The subtitle of ‘The Door Gunner And Other Perilous Flights of Fancy – A Michael Bishop Retrospective’ – sums up the contents, though it could as easily have been called ‘The Best Of-’. The stories are presented in chronological order and the date of publication is given, presumably so that one can trace the development of his writing. To be fair, he was pretty good at the start. But did he get better?
The first story is ‘Piñon Fall’ (1970). Three scrawny brown boys find a strange man in the snow when they are out looking for piñon nuts. Meanwhile, their obnoxious neighbour, a frumpy older woman, finds something odd in her back garden. Bishop creates a haunting atmosphere in the snowfall and nicely contrasts the petty prejudices between humans against bigger events.
The next one, ‘Cathadonian Odyssey’ (1974) is set on a planet that has one ocean. The rest of it is covered in pools of varying sizes each with a tree that dangles its branches into the water. A merchant ship discovered the place almost by accident and three explorers were dropped off later to have a closer look. A strange story of human and alien interaction but very original and with a surprising ending. I’m not sure it was a good ending but it was surprising and an ending is nice.
The next tale was about a strapping black girl and a small, quiet Japanese man who don’t really get on forced to share an apartment in an overcrowded future dome city. I gave up reading ‘The Samurai And The Willows’ after a few pages because it seemed to be just a slice of life tale of misery in an unpleasant urban environment and I almost gave up the book. Even reviewers have their moods. I returned to it a few days later and found it rather good by the end. Bishop writes densely, for want of a better word (he could probably think of one) and is not easy reading. He’s clever at inventing slang which is understandable: stoopsitters, thug boys and concourse trolls. I thought he had made up eurhythmics for a dance craze and wondered if the group got it from this story (published 1976) but further investigation revealed it was a musical education strategy and Annie Lennox did it in her youth.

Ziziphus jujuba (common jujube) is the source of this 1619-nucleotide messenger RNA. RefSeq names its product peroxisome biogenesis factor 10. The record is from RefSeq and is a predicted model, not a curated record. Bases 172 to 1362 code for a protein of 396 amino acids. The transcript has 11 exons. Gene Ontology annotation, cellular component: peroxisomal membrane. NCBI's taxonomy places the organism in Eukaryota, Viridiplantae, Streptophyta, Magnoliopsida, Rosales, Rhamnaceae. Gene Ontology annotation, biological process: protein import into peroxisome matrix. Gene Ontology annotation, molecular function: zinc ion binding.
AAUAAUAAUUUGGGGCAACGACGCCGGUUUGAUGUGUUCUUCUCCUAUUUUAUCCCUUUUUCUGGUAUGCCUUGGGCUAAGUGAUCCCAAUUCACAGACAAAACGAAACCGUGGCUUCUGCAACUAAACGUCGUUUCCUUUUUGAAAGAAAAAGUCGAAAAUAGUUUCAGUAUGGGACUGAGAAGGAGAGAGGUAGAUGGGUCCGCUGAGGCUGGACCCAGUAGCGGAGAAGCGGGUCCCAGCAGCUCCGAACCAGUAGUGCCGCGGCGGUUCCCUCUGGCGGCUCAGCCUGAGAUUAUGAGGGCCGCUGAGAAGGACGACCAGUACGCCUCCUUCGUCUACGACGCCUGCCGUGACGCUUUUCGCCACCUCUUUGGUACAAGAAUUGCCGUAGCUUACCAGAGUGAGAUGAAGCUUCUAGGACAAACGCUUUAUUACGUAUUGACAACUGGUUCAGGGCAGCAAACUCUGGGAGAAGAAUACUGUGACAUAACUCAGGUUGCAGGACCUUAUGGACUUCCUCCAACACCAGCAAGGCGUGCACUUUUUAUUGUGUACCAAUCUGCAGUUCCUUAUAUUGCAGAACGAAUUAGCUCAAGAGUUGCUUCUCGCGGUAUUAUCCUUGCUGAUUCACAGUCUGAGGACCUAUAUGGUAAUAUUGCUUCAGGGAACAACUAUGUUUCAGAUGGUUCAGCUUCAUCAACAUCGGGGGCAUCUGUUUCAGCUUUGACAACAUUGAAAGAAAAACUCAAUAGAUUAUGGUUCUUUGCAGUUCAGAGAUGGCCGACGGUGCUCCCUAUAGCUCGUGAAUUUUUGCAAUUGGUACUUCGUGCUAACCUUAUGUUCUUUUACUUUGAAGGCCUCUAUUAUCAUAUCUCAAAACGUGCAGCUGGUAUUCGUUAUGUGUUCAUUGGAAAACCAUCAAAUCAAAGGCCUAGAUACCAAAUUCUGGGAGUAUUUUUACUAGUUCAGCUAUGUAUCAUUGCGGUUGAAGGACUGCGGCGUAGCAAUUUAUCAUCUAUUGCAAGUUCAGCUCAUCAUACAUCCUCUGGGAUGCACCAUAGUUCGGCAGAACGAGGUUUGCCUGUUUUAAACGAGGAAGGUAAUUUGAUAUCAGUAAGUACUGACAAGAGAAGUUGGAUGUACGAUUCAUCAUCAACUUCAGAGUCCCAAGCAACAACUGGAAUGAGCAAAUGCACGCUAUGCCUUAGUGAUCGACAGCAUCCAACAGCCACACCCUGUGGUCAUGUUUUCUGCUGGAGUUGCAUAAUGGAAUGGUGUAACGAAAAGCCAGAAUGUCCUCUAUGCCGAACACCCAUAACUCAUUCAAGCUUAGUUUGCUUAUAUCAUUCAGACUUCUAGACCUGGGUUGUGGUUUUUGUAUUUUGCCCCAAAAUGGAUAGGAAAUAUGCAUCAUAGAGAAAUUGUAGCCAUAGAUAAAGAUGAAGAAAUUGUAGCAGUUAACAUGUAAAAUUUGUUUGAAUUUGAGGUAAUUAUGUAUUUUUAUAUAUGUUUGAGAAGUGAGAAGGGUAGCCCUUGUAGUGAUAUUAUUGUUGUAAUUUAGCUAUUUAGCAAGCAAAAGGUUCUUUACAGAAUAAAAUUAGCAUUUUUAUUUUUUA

In the next tale, the husband of a high official is involved in a mining accident and gets his entire body replaced with mechanical parts. He finds trouble adapting to this and wants a job as a machine, not considering himself a human being anymore. He is sent for therapy to ‘The House of Compassionate Sharers’ which is an odd place. I liked this one less. In fact, as I was progressing through the book I liked each story less. Michael Bishop’s development as a writer was going down a familiar path.
Some more examples: ‘The Quickening’ is one of those fantasies where something inexplicable happens and we don’t learn why. In this case, everyone wakes up one morning displaced. Our hero finds himself in Seville with people of all races dumped together and traumatised. The English speakers get together after a while and try to leave. An interesting yarn but inconclusive and they tend to get that way as the book progresses.